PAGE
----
Improving attentional control to reduce anxiety

This post was contributed by Prof Nazanin Derakhshan of Birkbeck’s Department of Psychological Sciences. Here, Prof Derakhshan describes her most recent study into how our cognitive flexibility can be trained and boosted to protect against the effects of anxiety

Anxiety-webAnxiety can be a debilitative emotion that can adversely affect our performance. For example, it is common for individuals with high levels of anxiety to worry excessively about a variety of issues ranging from their performance on upcoming examinations, job interviews, attending meetings, and giving talks to multi-tasking and managing everyday activities efficiently.

According to the WHO (World Health Organisation) anxiety (and depression) will be the biggest cause of disability worldwide by 2025. People with high anxiety frequently report that they have difficulty concentrating on tasks that need undivided attention and are easily distracted. It goes without saying that the implications of anxiety’s effects on our everyday activities as well as on the challenging tasks demanding our attention are vast.

Unfortunately, anxious individuals remain at a disadvantage of getting stuck in a viral chain of worries and over-thinking, consequently needing to invest more effort as compensation to their worries in getting tasks done (see Berggren & Derakshan, 2013, for a review).

How can we explain the nature of the relationship between anxiety and performance?

In a theoretical breakthrough, we have proposed earlier (see Eysenck, Derakshan, Santos & Calvo, 2007; Derakshan & Eysenck, 2009) that a central mechanism by which anxiety impairs performance is via its adverse effects on attentional control. Attentional control is an important function of our working memory, a system that regulates incoming information and helps with temporary storage of information.

Attentional control or cognitive flexibility directs our attention towards what is relevant and away from what is irrelevant. Attentional control is thus a vital ingredient of our lives, it helps us be cognitively flexible, concentrate on tasks and resist distracting thoughts/information when we need to. When we have poor attentional control we become inefficient and can do badly in tasks; we can’t keep worries at bay, and get trapped in cycles of over-thinking that can hold us back from performing well. There is now substantial evidence to support the prediction that anxiety impairs performance via its impact on attentional control (see Berggren et al., 2013).

How can we reduce the effects of anxiety on performance?

If attentional control is a causal mechanism that can explain anxiety’s effects on performance then it can be trained and boosted to protect against the effects of anxiety on performance. In the current study, which will be published in the journal Biological Psychology, we asked participants with a high anxiety disposition to train on an adaptive cognitive task for a period of 15 days over three weeks, for half an hour every day, and all training was performed online.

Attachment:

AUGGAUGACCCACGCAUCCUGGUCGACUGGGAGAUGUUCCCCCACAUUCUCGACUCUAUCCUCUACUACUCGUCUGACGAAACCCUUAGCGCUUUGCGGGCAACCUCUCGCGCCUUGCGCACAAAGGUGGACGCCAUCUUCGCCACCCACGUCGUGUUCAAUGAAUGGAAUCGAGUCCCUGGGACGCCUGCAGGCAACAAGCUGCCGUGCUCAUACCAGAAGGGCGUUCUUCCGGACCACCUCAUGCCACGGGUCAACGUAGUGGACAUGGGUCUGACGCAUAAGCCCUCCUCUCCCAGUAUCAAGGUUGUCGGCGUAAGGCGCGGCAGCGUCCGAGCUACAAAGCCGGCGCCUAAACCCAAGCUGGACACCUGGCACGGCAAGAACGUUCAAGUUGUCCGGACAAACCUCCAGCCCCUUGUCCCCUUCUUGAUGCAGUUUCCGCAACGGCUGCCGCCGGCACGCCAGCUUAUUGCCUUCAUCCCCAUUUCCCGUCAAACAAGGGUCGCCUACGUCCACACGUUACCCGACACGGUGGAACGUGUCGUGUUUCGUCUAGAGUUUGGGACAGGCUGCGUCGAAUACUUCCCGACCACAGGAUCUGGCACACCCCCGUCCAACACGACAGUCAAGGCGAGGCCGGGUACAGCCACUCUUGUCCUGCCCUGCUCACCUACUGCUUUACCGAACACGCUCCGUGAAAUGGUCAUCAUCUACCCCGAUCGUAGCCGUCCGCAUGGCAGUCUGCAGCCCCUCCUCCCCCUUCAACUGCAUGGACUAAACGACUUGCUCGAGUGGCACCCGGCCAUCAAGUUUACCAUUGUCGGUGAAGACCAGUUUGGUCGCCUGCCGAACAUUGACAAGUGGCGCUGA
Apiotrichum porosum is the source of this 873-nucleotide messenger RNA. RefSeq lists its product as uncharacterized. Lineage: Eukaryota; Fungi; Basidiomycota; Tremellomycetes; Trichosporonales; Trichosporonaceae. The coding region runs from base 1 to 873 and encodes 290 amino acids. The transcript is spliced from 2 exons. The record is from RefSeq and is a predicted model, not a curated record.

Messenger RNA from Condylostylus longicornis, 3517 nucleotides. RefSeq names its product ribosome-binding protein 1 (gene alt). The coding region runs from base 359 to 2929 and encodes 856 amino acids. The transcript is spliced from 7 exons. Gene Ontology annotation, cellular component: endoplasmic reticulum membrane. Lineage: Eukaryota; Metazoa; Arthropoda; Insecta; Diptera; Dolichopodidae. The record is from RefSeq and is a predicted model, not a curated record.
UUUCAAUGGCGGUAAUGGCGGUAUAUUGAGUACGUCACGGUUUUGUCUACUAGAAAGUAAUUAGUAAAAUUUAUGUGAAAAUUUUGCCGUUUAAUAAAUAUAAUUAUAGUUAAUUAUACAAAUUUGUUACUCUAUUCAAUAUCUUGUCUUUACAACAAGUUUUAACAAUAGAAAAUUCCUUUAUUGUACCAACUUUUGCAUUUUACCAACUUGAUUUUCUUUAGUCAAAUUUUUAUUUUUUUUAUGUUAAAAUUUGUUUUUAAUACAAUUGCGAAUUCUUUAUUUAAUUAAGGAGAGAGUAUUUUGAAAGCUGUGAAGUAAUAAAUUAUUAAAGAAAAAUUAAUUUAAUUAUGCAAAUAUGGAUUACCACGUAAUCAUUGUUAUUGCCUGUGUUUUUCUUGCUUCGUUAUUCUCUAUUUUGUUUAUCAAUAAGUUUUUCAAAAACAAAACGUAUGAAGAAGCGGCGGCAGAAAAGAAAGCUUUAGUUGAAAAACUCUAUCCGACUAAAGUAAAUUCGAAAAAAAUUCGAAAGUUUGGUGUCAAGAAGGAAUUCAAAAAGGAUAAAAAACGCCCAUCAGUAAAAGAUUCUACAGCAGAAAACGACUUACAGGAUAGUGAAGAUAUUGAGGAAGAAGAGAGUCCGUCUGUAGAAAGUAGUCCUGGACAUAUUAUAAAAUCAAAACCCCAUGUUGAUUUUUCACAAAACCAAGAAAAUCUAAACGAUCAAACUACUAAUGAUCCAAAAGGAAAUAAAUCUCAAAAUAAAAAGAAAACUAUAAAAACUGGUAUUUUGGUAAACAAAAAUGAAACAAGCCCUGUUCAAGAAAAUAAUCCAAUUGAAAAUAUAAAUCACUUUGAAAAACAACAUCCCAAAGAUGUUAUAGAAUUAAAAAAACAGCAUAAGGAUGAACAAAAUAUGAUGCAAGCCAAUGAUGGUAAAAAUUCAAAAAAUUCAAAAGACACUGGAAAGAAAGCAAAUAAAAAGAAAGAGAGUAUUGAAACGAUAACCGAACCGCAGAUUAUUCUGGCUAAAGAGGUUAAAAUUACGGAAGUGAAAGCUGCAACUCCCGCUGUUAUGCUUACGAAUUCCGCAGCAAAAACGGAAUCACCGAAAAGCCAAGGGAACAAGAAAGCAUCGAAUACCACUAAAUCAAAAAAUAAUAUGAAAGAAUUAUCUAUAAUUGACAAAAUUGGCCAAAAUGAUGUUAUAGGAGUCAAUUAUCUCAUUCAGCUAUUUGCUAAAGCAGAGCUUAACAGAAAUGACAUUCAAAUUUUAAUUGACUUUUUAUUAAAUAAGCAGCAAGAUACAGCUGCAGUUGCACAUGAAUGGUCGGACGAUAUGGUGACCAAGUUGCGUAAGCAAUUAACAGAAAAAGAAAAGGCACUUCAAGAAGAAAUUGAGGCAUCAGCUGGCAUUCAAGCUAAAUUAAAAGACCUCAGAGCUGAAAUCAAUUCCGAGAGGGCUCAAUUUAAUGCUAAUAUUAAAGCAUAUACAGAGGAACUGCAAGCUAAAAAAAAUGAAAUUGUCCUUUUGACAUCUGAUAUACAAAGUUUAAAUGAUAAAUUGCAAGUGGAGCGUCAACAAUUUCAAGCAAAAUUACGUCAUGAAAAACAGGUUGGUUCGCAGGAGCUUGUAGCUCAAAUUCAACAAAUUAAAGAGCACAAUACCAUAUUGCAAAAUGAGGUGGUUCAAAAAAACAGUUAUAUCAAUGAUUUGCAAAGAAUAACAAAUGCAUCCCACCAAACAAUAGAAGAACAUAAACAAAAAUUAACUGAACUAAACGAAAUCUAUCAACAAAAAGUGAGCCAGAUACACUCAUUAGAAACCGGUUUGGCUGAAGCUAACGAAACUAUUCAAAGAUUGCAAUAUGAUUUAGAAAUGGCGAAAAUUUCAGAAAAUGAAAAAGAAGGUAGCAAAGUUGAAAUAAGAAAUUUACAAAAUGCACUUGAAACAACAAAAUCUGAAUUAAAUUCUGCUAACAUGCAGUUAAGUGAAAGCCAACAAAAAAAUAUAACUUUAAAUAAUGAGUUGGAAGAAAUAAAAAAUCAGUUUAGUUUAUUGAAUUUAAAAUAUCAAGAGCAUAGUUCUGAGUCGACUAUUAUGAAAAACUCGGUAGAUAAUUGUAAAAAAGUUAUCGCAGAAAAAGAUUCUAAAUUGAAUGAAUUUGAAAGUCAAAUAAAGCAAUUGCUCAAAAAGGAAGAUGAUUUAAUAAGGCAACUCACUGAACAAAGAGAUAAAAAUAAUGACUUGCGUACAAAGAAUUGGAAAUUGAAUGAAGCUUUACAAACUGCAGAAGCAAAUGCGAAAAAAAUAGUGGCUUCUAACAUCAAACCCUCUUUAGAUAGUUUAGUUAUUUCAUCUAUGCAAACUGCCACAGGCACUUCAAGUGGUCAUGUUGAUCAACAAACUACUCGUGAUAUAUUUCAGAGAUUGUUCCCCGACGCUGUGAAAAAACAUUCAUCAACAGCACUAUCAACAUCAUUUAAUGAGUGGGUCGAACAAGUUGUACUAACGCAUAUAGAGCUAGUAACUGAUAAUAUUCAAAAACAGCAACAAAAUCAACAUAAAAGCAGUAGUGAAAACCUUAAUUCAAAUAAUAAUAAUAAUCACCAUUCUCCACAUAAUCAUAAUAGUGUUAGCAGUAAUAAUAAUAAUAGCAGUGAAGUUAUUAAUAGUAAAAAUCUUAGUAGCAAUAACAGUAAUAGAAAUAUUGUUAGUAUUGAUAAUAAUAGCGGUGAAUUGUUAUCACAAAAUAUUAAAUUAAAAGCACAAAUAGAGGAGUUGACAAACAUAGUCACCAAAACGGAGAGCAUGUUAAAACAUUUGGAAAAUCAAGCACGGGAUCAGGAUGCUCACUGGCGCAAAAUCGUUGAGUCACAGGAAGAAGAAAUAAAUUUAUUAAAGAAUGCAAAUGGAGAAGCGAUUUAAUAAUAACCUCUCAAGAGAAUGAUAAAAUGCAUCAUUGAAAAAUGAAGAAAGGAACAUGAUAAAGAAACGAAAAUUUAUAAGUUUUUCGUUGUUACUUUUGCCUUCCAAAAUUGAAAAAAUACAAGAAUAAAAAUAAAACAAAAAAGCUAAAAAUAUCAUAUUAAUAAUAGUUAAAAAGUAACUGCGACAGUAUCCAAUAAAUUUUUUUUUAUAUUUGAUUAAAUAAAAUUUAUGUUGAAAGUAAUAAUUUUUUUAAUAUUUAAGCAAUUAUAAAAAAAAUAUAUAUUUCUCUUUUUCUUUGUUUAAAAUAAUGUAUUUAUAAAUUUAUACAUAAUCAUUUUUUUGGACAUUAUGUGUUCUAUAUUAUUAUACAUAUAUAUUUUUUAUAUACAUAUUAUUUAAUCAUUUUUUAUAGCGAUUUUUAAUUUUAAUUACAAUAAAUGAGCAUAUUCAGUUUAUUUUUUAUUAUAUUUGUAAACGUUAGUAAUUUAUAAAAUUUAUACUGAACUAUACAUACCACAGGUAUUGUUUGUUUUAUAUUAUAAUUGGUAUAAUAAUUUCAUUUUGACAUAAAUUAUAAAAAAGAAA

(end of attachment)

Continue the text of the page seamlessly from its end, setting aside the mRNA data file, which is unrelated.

The special thing about the training protocol is the adaptive nature of the task that increases and decreases in difficulty based on participant performance levels. Elsewhere, we have shown that training on this task improves attentional control in subclinical depression (see Owens, Koster & Derakshan, 2013; see also our BBCR4 programme on How to Have a Better Brain.

In the current study, we assessed participants’ levels of attentional control using a number of tasks measuring distractibility (e.g. a flanker task that was performed under stressful and non-stressful conditions), an antisaccade task measuring inhibition of threatening faces and resting state attentional control using electrophysiological measures. Participants completed these tasks before and after the intervention. We also had a control group who performed a non-adaptive version of the training.

Did training improve attentional control?

Graph from Prof Derakhshan's current study showing changes in anxiety as a function of engagement with training

Graph from Prof Derakhshan’s current study showing changes in anxiety as a function of engagement with training

Our results showed that those undergoing adaptive training compared with the control group showed greater transferability of training related gains onto attentional control measures. Specifically, they were better at inhibiting distractors in the flanker task, and this superiority was especially apparent when stressed, i.e. they could exercise attentional control much better than the control group when they were under stress.